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One step forward, a few steps back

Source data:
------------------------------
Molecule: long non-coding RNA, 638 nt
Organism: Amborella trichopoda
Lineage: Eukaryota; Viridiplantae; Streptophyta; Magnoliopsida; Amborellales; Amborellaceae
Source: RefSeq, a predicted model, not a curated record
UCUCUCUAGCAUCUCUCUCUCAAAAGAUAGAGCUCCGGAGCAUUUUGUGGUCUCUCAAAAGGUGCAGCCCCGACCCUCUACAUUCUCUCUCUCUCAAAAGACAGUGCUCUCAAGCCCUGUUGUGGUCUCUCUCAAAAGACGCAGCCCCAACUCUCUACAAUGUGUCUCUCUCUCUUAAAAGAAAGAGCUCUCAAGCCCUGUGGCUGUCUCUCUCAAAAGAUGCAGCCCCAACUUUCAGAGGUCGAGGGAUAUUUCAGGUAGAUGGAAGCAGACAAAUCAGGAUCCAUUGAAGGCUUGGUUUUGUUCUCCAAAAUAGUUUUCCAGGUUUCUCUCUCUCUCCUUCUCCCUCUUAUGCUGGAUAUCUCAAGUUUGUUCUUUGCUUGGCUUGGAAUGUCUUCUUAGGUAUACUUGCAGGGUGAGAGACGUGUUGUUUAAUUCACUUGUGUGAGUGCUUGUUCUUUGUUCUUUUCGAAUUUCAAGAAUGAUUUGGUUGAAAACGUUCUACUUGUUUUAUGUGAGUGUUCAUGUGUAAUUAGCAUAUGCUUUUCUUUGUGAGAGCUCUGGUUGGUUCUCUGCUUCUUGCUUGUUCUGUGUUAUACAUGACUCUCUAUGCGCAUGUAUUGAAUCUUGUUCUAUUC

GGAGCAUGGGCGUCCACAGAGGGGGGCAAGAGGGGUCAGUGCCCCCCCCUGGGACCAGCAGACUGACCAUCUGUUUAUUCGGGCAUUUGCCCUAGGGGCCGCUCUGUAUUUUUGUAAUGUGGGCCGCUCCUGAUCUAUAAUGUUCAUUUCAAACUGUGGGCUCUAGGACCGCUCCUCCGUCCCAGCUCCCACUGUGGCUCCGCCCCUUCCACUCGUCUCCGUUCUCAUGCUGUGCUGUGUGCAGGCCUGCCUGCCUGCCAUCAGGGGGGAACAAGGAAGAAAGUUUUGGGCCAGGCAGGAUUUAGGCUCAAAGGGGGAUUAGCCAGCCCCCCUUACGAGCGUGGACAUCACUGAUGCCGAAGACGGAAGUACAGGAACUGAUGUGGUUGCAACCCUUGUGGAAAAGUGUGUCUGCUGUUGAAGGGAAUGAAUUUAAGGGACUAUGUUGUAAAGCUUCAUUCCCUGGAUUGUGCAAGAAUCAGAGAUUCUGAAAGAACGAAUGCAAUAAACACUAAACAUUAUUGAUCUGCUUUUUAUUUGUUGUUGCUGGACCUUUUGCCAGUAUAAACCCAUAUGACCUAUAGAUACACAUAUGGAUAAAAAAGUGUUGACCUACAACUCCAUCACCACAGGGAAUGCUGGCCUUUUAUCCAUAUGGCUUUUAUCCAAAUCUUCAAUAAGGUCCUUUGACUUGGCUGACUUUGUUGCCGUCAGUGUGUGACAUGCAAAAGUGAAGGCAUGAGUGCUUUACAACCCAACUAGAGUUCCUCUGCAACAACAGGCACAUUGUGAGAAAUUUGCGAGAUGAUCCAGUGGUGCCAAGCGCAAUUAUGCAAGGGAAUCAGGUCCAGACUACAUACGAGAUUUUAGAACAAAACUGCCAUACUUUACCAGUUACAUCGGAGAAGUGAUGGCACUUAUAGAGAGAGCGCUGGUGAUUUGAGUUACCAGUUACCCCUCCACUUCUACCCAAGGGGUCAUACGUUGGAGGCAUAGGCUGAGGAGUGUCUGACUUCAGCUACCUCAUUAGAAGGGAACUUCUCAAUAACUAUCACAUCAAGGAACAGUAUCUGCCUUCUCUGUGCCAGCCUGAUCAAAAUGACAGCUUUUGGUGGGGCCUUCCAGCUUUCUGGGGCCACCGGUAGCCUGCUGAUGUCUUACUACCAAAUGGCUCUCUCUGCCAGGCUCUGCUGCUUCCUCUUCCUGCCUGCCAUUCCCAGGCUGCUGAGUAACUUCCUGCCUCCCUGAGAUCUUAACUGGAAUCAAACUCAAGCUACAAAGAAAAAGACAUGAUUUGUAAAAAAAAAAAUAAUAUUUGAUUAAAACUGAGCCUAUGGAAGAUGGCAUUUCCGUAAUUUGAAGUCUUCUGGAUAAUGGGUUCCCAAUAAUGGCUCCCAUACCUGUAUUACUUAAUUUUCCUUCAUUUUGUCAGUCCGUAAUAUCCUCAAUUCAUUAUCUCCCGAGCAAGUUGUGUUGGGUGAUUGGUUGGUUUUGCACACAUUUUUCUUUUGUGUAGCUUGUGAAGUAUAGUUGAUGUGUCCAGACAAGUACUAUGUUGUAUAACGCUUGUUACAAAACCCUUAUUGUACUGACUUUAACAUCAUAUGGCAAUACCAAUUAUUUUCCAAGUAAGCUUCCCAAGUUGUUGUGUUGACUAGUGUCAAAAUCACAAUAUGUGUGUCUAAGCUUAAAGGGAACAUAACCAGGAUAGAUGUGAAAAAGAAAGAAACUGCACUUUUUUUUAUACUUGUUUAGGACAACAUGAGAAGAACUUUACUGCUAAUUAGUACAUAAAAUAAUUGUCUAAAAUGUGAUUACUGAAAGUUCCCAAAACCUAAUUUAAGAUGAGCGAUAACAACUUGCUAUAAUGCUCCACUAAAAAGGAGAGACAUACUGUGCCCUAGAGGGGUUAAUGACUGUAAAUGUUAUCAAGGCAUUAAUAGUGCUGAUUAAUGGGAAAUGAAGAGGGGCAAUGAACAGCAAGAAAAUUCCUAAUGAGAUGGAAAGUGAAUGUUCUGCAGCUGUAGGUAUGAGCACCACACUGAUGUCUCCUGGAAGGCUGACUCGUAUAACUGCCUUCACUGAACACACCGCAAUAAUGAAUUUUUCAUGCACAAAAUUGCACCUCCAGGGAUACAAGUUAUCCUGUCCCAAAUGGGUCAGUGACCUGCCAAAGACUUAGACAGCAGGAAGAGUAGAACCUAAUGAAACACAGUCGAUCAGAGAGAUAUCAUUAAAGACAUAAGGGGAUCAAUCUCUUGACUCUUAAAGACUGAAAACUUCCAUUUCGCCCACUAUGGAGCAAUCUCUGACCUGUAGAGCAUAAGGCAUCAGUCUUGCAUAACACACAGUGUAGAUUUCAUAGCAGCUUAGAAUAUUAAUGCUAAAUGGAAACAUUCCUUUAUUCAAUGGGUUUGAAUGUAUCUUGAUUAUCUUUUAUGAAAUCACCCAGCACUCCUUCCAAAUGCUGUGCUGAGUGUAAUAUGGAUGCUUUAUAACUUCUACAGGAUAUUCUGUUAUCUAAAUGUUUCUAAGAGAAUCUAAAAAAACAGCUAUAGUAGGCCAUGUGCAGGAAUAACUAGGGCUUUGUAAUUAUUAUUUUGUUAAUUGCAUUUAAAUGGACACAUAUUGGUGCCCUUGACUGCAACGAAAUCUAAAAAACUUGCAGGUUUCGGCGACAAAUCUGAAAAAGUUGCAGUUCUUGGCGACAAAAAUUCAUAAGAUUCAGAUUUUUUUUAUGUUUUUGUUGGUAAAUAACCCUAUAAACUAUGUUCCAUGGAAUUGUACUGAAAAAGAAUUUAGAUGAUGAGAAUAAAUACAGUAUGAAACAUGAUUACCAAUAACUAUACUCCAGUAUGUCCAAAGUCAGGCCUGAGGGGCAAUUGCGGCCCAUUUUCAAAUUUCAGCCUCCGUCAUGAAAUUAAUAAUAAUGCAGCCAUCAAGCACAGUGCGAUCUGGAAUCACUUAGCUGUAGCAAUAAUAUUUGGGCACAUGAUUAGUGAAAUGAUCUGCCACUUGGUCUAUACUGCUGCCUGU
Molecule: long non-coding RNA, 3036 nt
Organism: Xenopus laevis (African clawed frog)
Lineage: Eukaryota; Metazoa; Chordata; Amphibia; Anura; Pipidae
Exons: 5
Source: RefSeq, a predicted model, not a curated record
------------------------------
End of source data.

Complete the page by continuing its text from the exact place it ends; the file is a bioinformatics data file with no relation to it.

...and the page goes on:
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One step forward, and already a few back. One of the few positives of Sudan’s elections, dubbed to be the first open vote in 24 years but marred by opposition boycotts and accusations of fraud, was a tiny opening of democratic freedom in Africa’s largest country. Direct press censorship was lifted from Sudan’s papers. Opposition politicians were finally given an allbeit limited platform to address the population through the state media and journalists were given unprecedented access to many parts of the country, including war-torn Darfur. Still it seemed for the biggest international observer missions like the Carter Center and the European Union the best they could say about the elections was 1: That they happened and 2: That people were not killing each other for once in this nation divided by decades of multiple civil wars. (At least not because of the vote anyway). They all agreed that the crack of democracy opened during the polls must be allowed to continue. It seemed more progressive members of President Omar Hassan al-Bashir’s ruling party agreed. Presidential Advisor Ghazi Salaheddin told me: “I don’t think we can go back”.  And even the not so West-friendly Presidential Assistant Nafie Ali Nafie was making positive noises post elections, pledging to hold the next polls in four years time. But it seems just one month after the vote, Sudan is sliding back to its old ways. In Darfur, where Bashir is accused by the International Criminal Court of war crimes and crimes against humanity, the Sudanese army has after a two-week offensive, taken control of West Darfur’s Jabel Moun – which has been a key rebel stronghold pretty much since the conflict began in 2003. I travelled there once with arguably the most crazy of Darfur’s rebel groups, led by Gibril Abdelkarim. Traversing the Sudanese-Chadian border at will, the rebels drove for hours through largely empty savannah (interrupted only by a Janjaweed attack and getting stuck in sand dunes). It’s an impressive range of hills dotted with villages full of cattle herders and farmers making it an ideal base to defend against attack. It’s also an area where the U.N.-African Union peacekeeping mission (UNAMID) has enjoyed little access because of almost constant military clashes and bombing there. The army said it killed 108 soldiers from the insurgent Justice and Equality Movement (JEM), which JEM denies. JEM, largely boxed in by a Chadian-Sudanese rapprochement and complaining of constant aerial bombardment, redeployed most of its troops from Jabel Moun leaving them stretched too thin and allowing the army to take advantage. Those “mobile units” as they called them also clashed with the army in North and South Darfur as they edged towards the oil-producing South Kordofan state. The lull in Darfur’s fighting during the elections did not last long. JEM argue even during the voting the government was deploying in preparation for the offensive. And then a late-night raid on Saturday on Bashir’s former close ally turned bitter enemy Islamist Hassan al-Turabi’s home, arresting him. closing his opposition party’s paper, seizing its assets and detaining three of its senior editors. A myriad of reasons were given by different NCP and security officials for his arrest. Ranging from unspecified “security reasons” to accusing him of helping JEM, to his al-Rai al-Shaab paper (which enjoys a limited readership) publishing articles damaging to national security. Editors-in-chiefs of newspapers were “invited” for a meeting at the feared intelligence headquarters on Monday, which many worry could result either in a reintroduction of censorship or at least a veiled warning of what could happen if they did not self censor. The Ajras al-Huriya paper is a shining example of what can happen if they don’t toe the line. They say they have five court cases pending against them (three raised by the intelligence services) for publishing false news among other charges, which could result in up to six months in jail for the acting editor-in-chief. The paper is pretty much the mouthpiece of the former southern rebel turned NCP partner in government after a landmark 2005 peace deal, the Sudan People’s Liberation Movement (SPLM). So no midnight raids on them – just long, drawn out summonings and court proceedings. Whatever happens, many of Sudan’s independent dailies, already heavily dependent on government company advertising for the bulk of their revenue, are likely to write cautiously from now on. In the south, which will vote on whether to become Africa’s newest nation state in just eight months, one journalist was arrested for 13 days after trying to take pictures of electoral violence in the oil-rich Unity state. Another said he was detained and beaten by southern security forces, even though he had an identification card saying he worked for the SPLM, which dominates the region’s semi-autonomous government. A senior general revolted and is threatening a main town after he accused the SPLM of fraud in the southern elections. He said he mutinied after authorities ordered his arrest and that he has wide support, although there is little that can be independently confirmed in the remote region of Jonglei. He had said he wanted to negotiate but that attacks by the south Sudan army, sent to surround his troops, have left little room for talks. There’s still time to salvage the political scene in the north and south ahead of the southern referendum on secession which could destabilise the entire Horn of Africa if mishandled. The SPLM should engage those who left the party to stand as independents in the elections, not exclude them. And the NCP can release the ailing Turabi and journalists and follow (preferably daylight), fair and transparent legal proceedings against those it feels have erred. Darfur’s peace talks can restart, the army can stop its bombardment and JEM can haltturabiits redeployment. I had written a blog “one step forward, how many back?” a month ago. I hope these recent transgressions are not my answer.